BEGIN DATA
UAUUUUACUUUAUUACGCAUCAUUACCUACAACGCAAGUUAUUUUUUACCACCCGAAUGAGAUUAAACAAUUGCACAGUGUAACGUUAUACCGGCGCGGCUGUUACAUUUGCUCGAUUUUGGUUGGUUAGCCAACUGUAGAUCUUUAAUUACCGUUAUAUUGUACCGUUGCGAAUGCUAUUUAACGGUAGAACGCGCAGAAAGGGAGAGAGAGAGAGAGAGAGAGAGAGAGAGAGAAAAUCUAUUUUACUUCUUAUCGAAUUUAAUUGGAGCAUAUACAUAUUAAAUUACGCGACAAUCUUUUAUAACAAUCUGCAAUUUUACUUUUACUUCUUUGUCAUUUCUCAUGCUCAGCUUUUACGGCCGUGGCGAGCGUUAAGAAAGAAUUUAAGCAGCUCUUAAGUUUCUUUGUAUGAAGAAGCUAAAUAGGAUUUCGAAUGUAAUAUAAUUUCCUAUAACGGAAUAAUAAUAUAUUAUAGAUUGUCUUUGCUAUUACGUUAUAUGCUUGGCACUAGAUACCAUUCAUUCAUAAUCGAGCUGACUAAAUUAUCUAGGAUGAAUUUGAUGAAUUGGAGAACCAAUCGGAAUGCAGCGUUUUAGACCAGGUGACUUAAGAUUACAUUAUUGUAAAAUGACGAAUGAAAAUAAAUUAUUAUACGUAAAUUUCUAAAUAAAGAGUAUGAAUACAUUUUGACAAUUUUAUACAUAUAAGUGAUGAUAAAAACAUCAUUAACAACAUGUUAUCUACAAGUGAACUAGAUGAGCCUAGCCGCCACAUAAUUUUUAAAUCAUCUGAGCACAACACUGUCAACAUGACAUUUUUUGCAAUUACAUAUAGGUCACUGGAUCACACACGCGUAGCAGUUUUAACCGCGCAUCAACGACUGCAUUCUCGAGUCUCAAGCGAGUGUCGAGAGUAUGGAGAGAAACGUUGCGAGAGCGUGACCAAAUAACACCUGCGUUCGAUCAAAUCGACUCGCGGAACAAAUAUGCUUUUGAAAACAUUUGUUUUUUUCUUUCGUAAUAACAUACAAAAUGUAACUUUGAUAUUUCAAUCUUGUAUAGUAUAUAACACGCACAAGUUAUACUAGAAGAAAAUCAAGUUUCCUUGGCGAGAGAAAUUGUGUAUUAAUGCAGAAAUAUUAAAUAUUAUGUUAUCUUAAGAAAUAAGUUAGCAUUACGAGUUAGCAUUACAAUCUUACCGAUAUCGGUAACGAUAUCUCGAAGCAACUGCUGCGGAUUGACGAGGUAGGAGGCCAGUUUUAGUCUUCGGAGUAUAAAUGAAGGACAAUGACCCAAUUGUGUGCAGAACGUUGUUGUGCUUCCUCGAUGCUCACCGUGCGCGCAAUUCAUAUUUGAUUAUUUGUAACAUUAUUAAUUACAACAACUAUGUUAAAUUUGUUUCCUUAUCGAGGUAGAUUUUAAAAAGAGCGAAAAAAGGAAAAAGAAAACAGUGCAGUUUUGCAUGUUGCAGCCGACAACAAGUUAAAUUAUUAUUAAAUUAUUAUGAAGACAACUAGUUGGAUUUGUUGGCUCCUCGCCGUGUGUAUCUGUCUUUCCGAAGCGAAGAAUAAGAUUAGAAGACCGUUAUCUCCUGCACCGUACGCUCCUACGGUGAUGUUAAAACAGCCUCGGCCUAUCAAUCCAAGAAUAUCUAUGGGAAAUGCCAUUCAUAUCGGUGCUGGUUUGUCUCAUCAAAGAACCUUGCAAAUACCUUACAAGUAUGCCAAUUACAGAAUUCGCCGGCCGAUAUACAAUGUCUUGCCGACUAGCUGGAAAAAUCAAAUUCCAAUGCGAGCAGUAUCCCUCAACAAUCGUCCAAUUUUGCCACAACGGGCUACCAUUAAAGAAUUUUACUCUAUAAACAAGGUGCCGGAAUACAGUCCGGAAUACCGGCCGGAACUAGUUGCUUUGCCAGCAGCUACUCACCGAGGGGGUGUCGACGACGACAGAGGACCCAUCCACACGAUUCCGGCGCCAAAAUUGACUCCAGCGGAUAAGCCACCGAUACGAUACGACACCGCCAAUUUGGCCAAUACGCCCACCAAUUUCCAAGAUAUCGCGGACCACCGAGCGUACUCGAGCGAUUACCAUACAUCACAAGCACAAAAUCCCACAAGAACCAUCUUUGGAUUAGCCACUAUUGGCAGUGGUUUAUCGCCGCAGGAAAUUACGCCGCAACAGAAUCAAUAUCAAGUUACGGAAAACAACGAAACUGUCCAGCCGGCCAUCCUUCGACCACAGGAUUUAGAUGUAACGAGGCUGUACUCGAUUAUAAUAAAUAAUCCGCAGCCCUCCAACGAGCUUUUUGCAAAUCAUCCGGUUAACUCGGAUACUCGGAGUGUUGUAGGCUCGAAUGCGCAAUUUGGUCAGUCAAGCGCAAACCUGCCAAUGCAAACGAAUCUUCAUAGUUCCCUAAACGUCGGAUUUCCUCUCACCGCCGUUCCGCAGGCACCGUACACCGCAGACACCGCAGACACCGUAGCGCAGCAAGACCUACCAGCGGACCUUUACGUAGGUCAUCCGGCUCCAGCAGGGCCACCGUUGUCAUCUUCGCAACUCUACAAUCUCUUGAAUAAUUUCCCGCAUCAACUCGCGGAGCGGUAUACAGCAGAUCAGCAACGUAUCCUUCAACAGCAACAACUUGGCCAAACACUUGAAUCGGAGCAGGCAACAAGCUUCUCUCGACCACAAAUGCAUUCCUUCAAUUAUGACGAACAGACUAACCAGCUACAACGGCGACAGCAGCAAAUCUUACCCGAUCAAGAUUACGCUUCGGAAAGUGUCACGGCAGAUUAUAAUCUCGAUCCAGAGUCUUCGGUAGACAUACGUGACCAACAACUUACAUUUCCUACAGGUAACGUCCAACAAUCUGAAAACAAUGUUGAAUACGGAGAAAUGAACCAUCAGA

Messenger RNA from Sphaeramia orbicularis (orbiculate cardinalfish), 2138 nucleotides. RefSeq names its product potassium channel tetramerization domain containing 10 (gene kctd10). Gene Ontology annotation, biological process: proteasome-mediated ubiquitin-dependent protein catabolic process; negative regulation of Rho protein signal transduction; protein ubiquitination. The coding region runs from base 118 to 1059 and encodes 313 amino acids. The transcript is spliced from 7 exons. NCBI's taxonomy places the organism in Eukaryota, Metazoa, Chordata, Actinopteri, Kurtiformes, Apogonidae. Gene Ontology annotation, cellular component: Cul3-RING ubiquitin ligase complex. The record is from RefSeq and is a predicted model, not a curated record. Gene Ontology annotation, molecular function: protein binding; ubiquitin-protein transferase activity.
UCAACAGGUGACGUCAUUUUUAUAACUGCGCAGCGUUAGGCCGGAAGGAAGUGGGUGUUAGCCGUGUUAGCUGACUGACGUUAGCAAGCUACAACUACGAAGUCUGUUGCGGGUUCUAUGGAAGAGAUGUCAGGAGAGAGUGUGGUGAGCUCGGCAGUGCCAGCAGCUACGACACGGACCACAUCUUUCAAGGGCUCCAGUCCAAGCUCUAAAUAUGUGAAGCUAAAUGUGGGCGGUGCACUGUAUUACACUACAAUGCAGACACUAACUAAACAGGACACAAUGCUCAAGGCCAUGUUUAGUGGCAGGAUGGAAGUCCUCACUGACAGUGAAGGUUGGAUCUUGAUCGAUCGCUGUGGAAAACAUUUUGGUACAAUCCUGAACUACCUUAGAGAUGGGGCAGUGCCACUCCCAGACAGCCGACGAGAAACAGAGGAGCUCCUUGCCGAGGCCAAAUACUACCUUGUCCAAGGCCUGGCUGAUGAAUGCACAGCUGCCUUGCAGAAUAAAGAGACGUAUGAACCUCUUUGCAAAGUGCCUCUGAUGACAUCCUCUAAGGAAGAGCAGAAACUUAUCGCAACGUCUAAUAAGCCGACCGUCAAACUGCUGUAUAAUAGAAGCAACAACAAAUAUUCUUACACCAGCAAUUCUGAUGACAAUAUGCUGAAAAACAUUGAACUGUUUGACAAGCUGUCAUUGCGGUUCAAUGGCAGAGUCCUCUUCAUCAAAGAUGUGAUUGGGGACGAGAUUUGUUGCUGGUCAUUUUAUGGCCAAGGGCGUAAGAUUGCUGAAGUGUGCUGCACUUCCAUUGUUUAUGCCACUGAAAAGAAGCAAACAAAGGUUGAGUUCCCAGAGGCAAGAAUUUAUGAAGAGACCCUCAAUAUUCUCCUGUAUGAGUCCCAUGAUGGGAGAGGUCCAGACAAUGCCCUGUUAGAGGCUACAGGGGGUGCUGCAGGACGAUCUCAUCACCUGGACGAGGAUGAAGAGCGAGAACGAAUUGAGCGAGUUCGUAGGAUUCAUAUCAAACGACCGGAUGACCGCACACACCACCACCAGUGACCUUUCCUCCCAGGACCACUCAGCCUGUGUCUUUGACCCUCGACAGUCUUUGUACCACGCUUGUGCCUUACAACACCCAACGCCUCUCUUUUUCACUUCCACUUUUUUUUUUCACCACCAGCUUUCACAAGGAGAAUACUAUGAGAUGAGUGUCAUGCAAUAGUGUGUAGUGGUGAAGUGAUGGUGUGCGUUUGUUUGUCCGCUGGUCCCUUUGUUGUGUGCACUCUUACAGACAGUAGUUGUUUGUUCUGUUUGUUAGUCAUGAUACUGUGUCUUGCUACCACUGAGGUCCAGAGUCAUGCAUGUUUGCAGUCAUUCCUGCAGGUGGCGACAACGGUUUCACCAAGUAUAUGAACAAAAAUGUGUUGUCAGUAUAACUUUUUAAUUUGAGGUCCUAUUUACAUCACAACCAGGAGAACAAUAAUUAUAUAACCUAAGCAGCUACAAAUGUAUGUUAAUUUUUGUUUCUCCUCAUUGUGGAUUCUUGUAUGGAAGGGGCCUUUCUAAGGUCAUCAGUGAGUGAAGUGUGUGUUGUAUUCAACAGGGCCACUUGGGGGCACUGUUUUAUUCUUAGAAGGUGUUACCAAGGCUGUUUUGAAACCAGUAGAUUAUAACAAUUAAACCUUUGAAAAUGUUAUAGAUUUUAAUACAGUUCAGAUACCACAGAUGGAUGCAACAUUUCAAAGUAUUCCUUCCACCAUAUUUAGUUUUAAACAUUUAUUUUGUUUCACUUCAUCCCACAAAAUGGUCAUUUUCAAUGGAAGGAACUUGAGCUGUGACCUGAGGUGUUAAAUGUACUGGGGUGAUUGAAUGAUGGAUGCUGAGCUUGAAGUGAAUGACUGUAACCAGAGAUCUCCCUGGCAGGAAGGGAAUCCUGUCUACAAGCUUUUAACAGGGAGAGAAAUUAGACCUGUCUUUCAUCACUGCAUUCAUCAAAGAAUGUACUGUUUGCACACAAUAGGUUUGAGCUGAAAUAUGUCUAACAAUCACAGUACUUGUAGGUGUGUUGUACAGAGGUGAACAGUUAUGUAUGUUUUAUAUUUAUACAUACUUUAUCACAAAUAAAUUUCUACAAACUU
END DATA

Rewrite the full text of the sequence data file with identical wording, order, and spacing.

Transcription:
UAUUUUACUUUAUUACGCAUCAUUACCUACAACGCAAGUUAUUUUUUACCACCCGAAUGAGAUUAAACAAUUGCACAGUGUAACGUUAUACCGGCGCGGCUGUUACAUUUGCUCGAUUUUGGUUGGUUAGCCAACUGUAGAUCUUUAAUUACCGUUAUAUUGUACCGUUGCGAAUGCUAUUUAACGGUAGAACGCGCAGAAAGGGAGAGAGAGAGAGAGAGAGAGAGAGAGAGAGAAAAUCUAUUUUACUUCUUAUCGAAUUUAAUUGGAGCAUAUACAUAUUAAAUUACGCGACAAUCUUUUAUAACAAUCUGCAAUUUUACUUUUACUUCUUUGUCAUUUCUCAUGCUCAGCUUUUACGGCCGUGGCGAGCGUUAAGAAAGAAUUUAAGCAGCUCUUAAGUUUCUUUGUAUGAAGAAGCUAAAUAGGAUUUCGAAUGUAAUAUAAUUUCCUAUAACGGAAUAAUAAUAUAUUAUAGAUUGUCUUUGCUAUUACGUUAUAUGCUUGGCACUAGAUACCAUUCAUUCAUAAUCGAGCUGACUAAAUUAUCUAGGAUGAAUUUGAUGAAUUGGAGAACCAAUCGGAAUGCAGCGUUUUAGACCAGGUGACUUAAGAUUACAUUAUUGUAAAAUGACGAAUGAAAAUAAAUUAUUAUACGUAAAUUUCUAAAUAAAGAGUAUGAAUACAUUUUGACAAUUUUAUACAUAUAAGUGAUGAUAAAAACAUCAUUAACAACAUGUUAUCUACAAGUGAACUAGAUGAGCCUAGCCGCCACAUAAUUUUUAAAUCAUCUGAGCACAACACUGUCAACAUGACAUUUUUUGCAAUUACAUAUAGGUCACUGGAUCACACACGCGUAGCAGUUUUAACCGCGCAUCAACGACUGCAUUCUCGAGUCUCAAGCGAGUGUCGAGAGUAUGGAGAGAAACGUUGCGAGAGCGUGACCAAAUAACACCUGCGUUCGAUCAAAUCGACUCGCGGAACAAAUAUGCUUUUGAAAACAUUUGUUUUUUUCUUUCGUAAUAACAUACAAAAUGUAACUUUGAUAUUUCAAUCUUGUAUAGUAUAUAACACGCACAAGUUAUACUAGAAGAAAAUCAAGUUUCCUUGGCGAGAGAAAUUGUGUAUUAAUGCAGAAAUAUUAAAUAUUAUGUUAUCUUAAGAAAUAAGUUAGCAUUACGAGUUAGCAUUACAAUCUUACCGAUAUCGGUAACGAUAUCUCGAAGCAACUGCUGCGGAUUGACGAGGUAGGAGGCCAGUUUUAGUCUUCGGAGUAUAAAUGAAGGACAAUGACCCAAUUGUGUGCAGAACGUUGUUGUGCUUCCUCGAUGCUCACCGUGCGCGCAAUUCAUAUUUGAUUAUUUGUAACAUUAUUAAUUACAACAACUAUGUUAAAUUUGUUUCCUUAUCGAGGUAGAUUUUAAAAAGAGCGAAAAAAGGAAAAAGAAAACAGUGCAGUUUUGCAUGUUGCAGCCGACAACAAGUUAAAUUAUUAUUAAAUUAUUAUGAAGACAACUAGUUGGAUUUGUUGGCUCCUCGCCGUGUGUAUCUGUCUUUCCGAAGCGAAGAAUAAGAUUAGAAGACCGUUAUCUCCUGCACCGUACGCUCCUACGGUGAUGUUAAAACAGCCUCGGCCUAUCAAUCCAAGAAUAUCUAUGGGAAAUGCCAUUCAUAUCGGUGCUGGUUUGUCUCAUCAAAGAACCUUGCAAAUACCUUACAAGUAUGCCAAUUACAGAAUUCGCCGGCCGAUAUACAAUGUCUUGCCGACUAGCUGGAAAAAUCAAAUUCCAAUGCGAGCAGUAUCCCUCAACAAUCGUCCAAUUUUGCCACAACGGGCUACCAUUAAAGAAUUUUACUCUAUAAACAAGGUGCCGGAAUACAGUCCGGAAUACCGGCCGGAACUAGUUGCUUUGCCAGCAGCUACUCACCGAGGGGGUGUCGACGACGACAGAGGACCCAUCCACACGAUUCCGGCGCCAAAAUUGACUCCAGCGGAUAAGCCACCGAUACGAUACGACACCGCCAAUUUGGCCAAUACGCCCACCAAUUUCCAAGAUAUCGCGGACCACCGAGCGUACUCGAGCGAUUACCAUACAUCACAAGCACAAAAUCCCACAAGAACCAUCUUUGGAUUAGCCACUAUUGGCAGUGGUUUAUCGCCGCAGGAAAUUACGCCGCAACAGAAUCAAUAUCAAGUUACGGAAAACAACGAAACUGUCCAGCCGGCCAUCCUUCGACCACAGGAUUUAGAUGUAACGAGGCUGUACUCGAUUAUAAUAAAUAAUCCGCAGCCCUCCAACGAGCUUUUUGCAAAUCAUCCGGUUAACUCGGAUACUCGGAGUGUUGUAGGCUCGAAUGCGCAAUUUGGUCAGUCAAGCGCAAACCUGCCAAUGCAAACGAAUCUUCAUAGUUCCCUAAACGUCGGAUUUCCUCUCACCGCCGUUCCGCAGGCACCGUACACCGCAGACACCGCAGACACCGUAGCGCAGCAAGACCUACCAGCGGACCUUUACGUAGGUCAUCCGGCUCCAGCAGGGCCACCGUUGUCAUCUUCGCAACUCUACAAUCUCUUGAAUAAUUUCCCGCAUCAACUCGCGGAGCGGUAUACAGCAGAUCAGCAACGUAUCCUUCAACAGCAACAACUUGGCCAAACACUUGAAUCGGAGCAGGCAACAAGCUUCUCUCGACCACAAAUGCAUUCCUUCAAUUAUGACGAACAGACUAACCAGCUACAACGGCGACAGCAGCAAAUCUUACCCGAUCAAGAUUACGCUUCGGAAAGUGUCACGGCAGAUUAUAAUCUCGAUCCAGAGUCUUCGGUAGACAUACGUGACCAACAACUUACAUUUCCUACAGGUAACGUCCAACAAUCUGAAAACAAUGUUGAAUACGGAGAAAUGAACCAUCAGA

Messenger RNA from Sphaeramia orbicularis (orbiculate cardinalfish), 2138 nucleotides. RefSeq names its product potassium channel tetramerization domain containing 10 (gene kctd10). Gene Ontology annotation, biological process: proteasome-mediated ubiquitin-dependent protein catabolic process; negative regulation of Rho protein signal transduction; protein ubiquitination. The coding region runs from base 118 to 1059 and encodes 313 amino acids. The transcript is spliced from 7 exons. NCBI's taxonomy places the organism in Eukaryota, Metazoa, Chordata, Actinopteri, Kurtiformes, Apogonidae. Gene Ontology annotation, cellular component: Cul3-RING ubiquitin ligase complex. The record is from RefSeq and is a predicted model, not a curated record. Gene Ontology annotation, molecular function: protein binding; ubiquitin-protein transferase activity.
UCAACAGGUGACGUCAUUUUUAUAACUGCGCAGCGUUAGGCCGGAAGGAAGUGGGUGUUAGCCGUGUUAGCUGACUGACGUUAGCAAGCUACAACUACGAAGUCUGUUGCGGGUUCUAUGGAAGAGAUGUCAGGAGAGAGUGUGGUGAGCUCGGCAGUGCCAGCAGCUACGACACGGACCACAUCUUUCAAGGGCUCCAGUCCAAGCUCUAAAUAUGUGAAGCUAAAUGUGGGCGGUGCACUGUAUUACACUACAAUGCAGACACUAACUAAACAGGACACAAUGCUCAAGGCCAUGUUUAGUGGCAGGAUGGAAGUCCUCACUGACAGUGAAGGUUGGAUCUUGAUCGAUCGCUGUGGAAAACAUUUUGGUACAAUCCUGAACUACCUUAGAGAUGGGGCAGUGCCACUCCCAGACAGCCGACGAGAAACAGAGGAGCUCCUUGCCGAGGCCAAAUACUACCUUGUCCAAGGCCUGGCUGAUGAAUGCACAGCUGCCUUGCAGAAUAAAGAGACGUAUGAACCUCUUUGCAAAGUGCCUCUGAUGACAUCCUCUAAGGAAGAGCAGAAACUUAUCGCAACGUCUAAUAAGCCGACCGUCAAACUGCUGUAUAAUAGAAGCAACAACAAAUAUUCUUACACCAGCAAUUCUGAUGACAAUAUGCUGAAAAACAUUGAACUGUUUGACAAGCUGUCAUUGCGGUUCAAUGGCAGAGUCCUCUUCAUCAAAGAUGUGAUUGGGGACGAGAUUUGUUGCUGGUCAUUUUAUGGCCAAGGGCGUAAGAUUGCUGAAGUGUGCUGCACUUCCAUUGUUUAUGCCACUGAAAAGAAGCAAACAAAGGUUGAGUUCCCAGAGGCAAGAAUUUAUGAAGAGACCCUCAAUAUUCUCCUGUAUGAGUCCCAUGAUGGGAGAGGUCCAGACAAUGCCCUGUUAGAGGCUACAGGGGGUGCUGCAGGACGAUCUCAUCACCUGGACGAGGAUGAAGAGCGAGAACGAAUUGAGCGAGUUCGUAGGAUUCAUAUCAAACGACCGGAUGACCGCACACACCACCACCAGUGACCUUUCCUCCCAGGACCACUCAGCCUGUGUCUUUGACCCUCGACAGUCUUUGUACCACGCUUGUGCCUUACAACACCCAACGCCUCUCUUUUUCACUUCCACUUUUUUUUUUCACCACCAGCUUUCACAAGGAGAAUACUAUGAGAUGAGUGUCAUGCAAUAGUGUGUAGUGGUGAAGUGAUGGUGUGCGUUUGUUUGUCCGCUGGUCCCUUUGUUGUGUGCACUCUUACAGACAGUAGUUGUUUGUUCUGUUUGUUAGUCAUGAUACUGUGUCUUGCUACCACUGAGGUCCAGAGUCAUGCAUGUUUGCAGUCAUUCCUGCAGGUGGCGACAACGGUUUCACCAAGUAUAUGAACAAAAAUGUGUUGUCAGUAUAACUUUUUAAUUUGAGGUCCUAUUUACAUCACAACCAGGAGAACAAUAAUUAUAUAACCUAAGCAGCUACAAAUGUAUGUUAAUUUUUGUUUCUCCUCAUUGUGGAUUCUUGUAUGGAAGGGGCCUUUCUAAGGUCAUCAGUGAGUGAAGUGUGUGUUGUAUUCAACAGGGCCACUUGGGGGCACUGUUUUAUUCUUAGAAGGUGUUACCAAGGCUGUUUUGAAACCAGUAGAUUAUAACAAUUAAACCUUUGAAAAUGUUAUAGAUUUUAAUACAGUUCAGAUACCACAGAUGGAUGCAACAUUUCAAAGUAUUCCUUCCACCAUAUUUAGUUUUAAACAUUUAUUUUGUUUCACUUCAUCCCACAAAAUGGUCAUUUUCAAUGGAAGGAACUUGAGCUGUGACCUGAGGUGUUAAAUGUACUGGGGUGAUUGAAUGAUGGAUGCUGAGCUUGAAGUGAAUGACUGUAACCAGAGAUCUCCCUGGCAGGAAGGGAAUCCUGUCUACAAGCUUUUAACAGGGAGAGAAAUUAGACCUGUCUUUCAUCACUGCAUUCAUCAAAGAAUGUACUGUUUGCACACAAUAGGUUUGAGCUGAAAUAUGUCUAACAAUCACAGUACUUGUAGGUGUGUUGUACAGAGGUGAACAGUUAUGUAUGUUUUAUAUUUAUACAUACUUUAUCACAAAUAAAUUUCUACAAACUU